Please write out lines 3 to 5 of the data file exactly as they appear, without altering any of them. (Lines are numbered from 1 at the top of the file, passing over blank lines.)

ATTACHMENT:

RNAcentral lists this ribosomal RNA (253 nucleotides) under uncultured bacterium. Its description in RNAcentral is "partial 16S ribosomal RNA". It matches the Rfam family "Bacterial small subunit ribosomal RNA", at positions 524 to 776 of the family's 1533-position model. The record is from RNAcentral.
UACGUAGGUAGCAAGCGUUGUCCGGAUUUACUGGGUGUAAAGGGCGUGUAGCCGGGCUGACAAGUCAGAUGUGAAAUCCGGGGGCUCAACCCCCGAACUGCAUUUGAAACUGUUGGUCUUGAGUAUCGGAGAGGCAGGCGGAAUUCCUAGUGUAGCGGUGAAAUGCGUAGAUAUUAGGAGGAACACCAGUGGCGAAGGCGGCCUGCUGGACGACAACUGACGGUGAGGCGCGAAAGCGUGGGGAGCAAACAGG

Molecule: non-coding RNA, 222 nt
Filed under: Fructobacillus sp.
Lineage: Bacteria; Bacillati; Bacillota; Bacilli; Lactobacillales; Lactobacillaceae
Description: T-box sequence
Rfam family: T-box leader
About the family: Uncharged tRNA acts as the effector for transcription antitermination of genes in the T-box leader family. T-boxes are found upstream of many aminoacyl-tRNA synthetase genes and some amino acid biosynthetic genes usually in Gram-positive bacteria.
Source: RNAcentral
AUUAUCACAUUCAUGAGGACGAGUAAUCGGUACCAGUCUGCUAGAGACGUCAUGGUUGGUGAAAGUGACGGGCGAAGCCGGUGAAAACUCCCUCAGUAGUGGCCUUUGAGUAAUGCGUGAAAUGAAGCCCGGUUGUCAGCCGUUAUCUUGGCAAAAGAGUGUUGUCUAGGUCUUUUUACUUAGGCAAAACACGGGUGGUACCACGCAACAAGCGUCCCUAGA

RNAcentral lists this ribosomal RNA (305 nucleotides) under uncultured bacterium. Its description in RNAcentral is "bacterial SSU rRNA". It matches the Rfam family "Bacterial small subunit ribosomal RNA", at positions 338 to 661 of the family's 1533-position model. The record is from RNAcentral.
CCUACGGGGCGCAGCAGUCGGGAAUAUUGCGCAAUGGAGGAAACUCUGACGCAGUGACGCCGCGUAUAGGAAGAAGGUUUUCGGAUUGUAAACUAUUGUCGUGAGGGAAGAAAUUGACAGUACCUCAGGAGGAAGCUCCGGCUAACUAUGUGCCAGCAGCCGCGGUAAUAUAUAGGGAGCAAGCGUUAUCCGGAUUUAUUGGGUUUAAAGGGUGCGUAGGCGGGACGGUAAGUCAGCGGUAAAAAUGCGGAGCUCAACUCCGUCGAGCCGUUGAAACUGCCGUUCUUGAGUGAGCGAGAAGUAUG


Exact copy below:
Molecule: non-coding RNA, 222 nt
Filed under: Fructobacillus sp.
Lineage: Bacteria; Bacillati; Bacillota; Bacilli; Lactobacillales; Lactobacillaceae